An effective outsider's look at America

An American Journey

on October 02, 2009 by Matthew Nestel

Nobody wants to admit that apple pie is fattening and steroids won’t stop superstars from playing baseball in the majors. American pastimes are caked in muck. Yet it takes an outsider to rip open the scars that hide contusions. Swiss-born immigrant Robert Frank is an inquisitor who, post-WWII, took to the freshly paved highways with his camera and captured snaps of uncensored Americana. In his pictures society’s shallowness, its inequality and uncharted beauty became real and in-your-face. Steady-handed documentarian Philippe Séclier mapped-out Frank’s photo quest and with his film camera found the original subjects of the photos six decades later—some deceased, others alive and well. Many unaware they were framed as a determined photographer’s momentary muse. The film’s incredibly understated with its depiction of a tarnished land of the free and promises to captivate Europeans and venturesome Americans willing to subject themselves to a bruised utopia. Still, financial prospects are small scale; it’s New York exclusive release not boasting any expansions.

While wheeling through McGehee, Arkansas, Robert Frank got intercepted by the law. His foreign accent, photo equipment and smart aleck tone didn’t sit right and he was taken in under suspicion of espionage. After all, a Guggenheim fellowship meant nothing in the rural South back then. And even today, the Police Chief admits post-9/11 there’s no certainty Robert Frank wouldn’t be sniffed-out as a potential threat with his photographic weaponry. “We tend to be a suspicious nature.”

At elbow’s length, Frank rumbled with swaggering bikers; engaged newlyweds who were, for a few moments, the happiest creatures in the universe; and caught oppressive segregation on a trolley going by in New Orleans. Ditching the tripod, Robert Frank dug in and got inside the psyche of what makes this country tick and talk. A good eye himself, Philippe Séclier wound through many economically depressed boom-or-bust mining towns to map Frank’s tour; in their heyday these specks on the map carried the auspices of greatness. America after the war was roaring with industry and prosperity. But deep within were some seedy grains.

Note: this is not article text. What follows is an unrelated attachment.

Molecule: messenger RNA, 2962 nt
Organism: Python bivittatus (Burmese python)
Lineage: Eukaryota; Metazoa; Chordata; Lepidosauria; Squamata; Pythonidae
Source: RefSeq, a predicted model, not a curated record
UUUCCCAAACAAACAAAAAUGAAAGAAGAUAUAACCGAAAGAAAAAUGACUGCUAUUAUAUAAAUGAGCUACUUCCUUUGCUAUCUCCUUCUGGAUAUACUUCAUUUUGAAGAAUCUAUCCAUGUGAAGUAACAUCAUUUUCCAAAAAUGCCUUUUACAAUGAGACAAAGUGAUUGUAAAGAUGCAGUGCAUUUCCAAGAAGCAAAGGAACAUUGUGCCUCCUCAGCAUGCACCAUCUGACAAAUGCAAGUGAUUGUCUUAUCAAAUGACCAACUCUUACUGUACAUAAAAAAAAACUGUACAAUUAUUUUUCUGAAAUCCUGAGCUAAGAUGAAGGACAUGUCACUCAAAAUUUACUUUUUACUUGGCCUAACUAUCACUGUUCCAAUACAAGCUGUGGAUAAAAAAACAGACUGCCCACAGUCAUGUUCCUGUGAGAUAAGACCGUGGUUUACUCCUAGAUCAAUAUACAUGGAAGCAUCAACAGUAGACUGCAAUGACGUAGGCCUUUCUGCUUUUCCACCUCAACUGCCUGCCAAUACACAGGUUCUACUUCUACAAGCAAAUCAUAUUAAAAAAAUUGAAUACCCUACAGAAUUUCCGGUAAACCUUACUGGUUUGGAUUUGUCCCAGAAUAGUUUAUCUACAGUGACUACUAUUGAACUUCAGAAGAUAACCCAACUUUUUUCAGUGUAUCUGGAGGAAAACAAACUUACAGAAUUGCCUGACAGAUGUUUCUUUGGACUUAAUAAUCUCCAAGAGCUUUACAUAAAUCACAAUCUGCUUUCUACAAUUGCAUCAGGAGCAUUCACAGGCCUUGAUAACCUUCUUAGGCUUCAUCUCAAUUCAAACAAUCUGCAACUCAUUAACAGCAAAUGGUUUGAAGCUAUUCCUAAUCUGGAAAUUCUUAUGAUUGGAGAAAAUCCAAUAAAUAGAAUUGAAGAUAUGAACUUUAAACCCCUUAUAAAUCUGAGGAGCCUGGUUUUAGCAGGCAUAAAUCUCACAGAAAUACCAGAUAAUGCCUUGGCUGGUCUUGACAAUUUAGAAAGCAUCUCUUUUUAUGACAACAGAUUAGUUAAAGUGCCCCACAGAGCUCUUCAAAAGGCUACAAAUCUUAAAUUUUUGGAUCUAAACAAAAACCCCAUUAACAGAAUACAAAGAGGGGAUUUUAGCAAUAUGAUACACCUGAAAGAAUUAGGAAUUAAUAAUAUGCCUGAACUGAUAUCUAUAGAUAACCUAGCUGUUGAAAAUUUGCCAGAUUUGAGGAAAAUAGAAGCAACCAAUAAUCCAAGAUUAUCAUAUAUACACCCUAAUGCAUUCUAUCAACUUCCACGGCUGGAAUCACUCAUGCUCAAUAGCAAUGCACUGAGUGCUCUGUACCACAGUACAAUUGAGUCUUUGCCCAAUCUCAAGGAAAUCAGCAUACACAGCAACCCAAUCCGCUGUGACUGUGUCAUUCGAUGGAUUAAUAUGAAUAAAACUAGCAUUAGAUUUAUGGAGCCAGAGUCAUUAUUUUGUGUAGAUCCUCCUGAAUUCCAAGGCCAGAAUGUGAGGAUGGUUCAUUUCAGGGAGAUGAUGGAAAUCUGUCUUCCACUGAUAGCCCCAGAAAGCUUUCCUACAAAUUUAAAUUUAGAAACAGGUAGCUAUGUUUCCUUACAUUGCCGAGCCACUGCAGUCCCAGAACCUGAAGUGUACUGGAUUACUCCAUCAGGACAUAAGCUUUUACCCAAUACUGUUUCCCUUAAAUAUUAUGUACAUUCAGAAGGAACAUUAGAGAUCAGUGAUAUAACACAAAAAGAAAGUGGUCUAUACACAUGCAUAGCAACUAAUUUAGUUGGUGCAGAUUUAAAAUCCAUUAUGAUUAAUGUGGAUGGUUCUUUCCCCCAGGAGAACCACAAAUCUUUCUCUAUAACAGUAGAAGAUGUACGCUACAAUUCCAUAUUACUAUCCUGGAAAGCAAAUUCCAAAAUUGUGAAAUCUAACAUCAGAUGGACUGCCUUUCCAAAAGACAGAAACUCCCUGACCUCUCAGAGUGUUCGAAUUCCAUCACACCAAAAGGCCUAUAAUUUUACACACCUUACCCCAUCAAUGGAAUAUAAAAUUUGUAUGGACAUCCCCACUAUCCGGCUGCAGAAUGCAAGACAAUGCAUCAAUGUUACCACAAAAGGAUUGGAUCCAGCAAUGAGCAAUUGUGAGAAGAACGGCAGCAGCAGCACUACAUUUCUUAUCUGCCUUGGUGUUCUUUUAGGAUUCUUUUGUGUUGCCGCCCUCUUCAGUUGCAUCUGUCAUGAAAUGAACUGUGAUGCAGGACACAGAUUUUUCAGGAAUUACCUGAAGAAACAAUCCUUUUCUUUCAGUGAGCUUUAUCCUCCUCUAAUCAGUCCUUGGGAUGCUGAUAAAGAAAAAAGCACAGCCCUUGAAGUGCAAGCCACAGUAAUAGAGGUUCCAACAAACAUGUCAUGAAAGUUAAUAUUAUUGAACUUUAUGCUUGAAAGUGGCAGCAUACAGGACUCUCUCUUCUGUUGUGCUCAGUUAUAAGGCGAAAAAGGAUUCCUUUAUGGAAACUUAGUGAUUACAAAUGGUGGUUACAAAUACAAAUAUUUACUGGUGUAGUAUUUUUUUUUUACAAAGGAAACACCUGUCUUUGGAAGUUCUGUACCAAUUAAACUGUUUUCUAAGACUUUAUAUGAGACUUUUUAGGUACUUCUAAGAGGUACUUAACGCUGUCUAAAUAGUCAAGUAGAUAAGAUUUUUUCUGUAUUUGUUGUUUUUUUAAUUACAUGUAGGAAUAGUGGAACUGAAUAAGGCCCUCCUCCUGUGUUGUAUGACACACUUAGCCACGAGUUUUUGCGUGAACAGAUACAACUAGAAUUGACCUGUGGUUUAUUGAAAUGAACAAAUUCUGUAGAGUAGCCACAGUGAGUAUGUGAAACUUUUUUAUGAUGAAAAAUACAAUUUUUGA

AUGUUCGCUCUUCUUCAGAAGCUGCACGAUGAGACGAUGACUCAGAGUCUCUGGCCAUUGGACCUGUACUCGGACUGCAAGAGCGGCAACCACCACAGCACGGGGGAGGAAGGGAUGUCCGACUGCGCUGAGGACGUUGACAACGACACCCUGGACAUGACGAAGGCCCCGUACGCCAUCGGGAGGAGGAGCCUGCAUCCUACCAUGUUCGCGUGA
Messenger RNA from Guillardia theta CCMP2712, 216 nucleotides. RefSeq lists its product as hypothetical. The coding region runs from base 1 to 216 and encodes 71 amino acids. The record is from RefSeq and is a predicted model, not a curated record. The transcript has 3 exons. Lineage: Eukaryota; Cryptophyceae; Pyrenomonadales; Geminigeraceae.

Purposely out-of-focus, Séclier’s camera trains on the cars on the desolate roads in places like Butte and Jay, New York. The zig-zagging brights to pale grays contrast with the dancing hexagons weaving in and out of New York City and Hoboken, New Jersey. The filmmaker pitches his one-man tent at various museums and interfaces with curators who flip through one of Frank’s original prints of The Americans. One classifies the tome as an object itself; the textures and condition of the collection are “dirty and beaten-up.” The fishing expedition continues to personal friends and sidekicks of Frank’s—fellow photographers and printers who admire his bravery, his passion and purpose. Painter Ed Ruscha acknowledges how so few of us can see and translate the auguries of iniquity. “It takes an outsider, really, to show us what’s it all about,” he says. “We don’t know ourselves.”

Through his own reenacting of Frank’s tour de States, director Séclier must feel his own alienation. He lands in small towns where his camera catches more than a few willing to gab about the past but not so keen on their present day blemishes. Some don’t seem to know or care about Frank’s book, even though they themselves were in his photographs. One man, who is seen at a Fourth of July parade as a tot, seems ambivalent about being featured in the book. Conversely, a woman featured by Frank on the back of a Harley gets a chance to wax romantic about her deceased leather jacket, badass husband who was a jokester and loved life.

Giving a voice to the subjects in the photos crosses a line into fantasy that many photographers and artists rarely cross. You capture the photo and want it to serve as the beginning middle and end; there’s no life afterward. The subject(s) live there forever frozen in time, right? Maybe not. Life and its wrinkled ways steals that ageless thunder if you look long enough and keep rolling. In this way Philippe Séclier is playing with fire. But it’s a game he plays quite well.

Frank did not appear in the film (it would feel wrong, somehow), but you do feel his spirit and most of all his intent by seeing the book’s pages flipped again and again by past subjects, from deep in the heartland to the urban wastelands. As an artist, Robert Frank was willing to adopt this country as his own, and in turn its people and its history soared because of his fearless contribution.

Distributor: Ad Vitam
Director: Philippe Séclier
Producers: Judith Nora
Genre: Documentary; English and French-languages, subtitled
Rating: Unrated
Running time: 58 min.
Release date: September 30 NY

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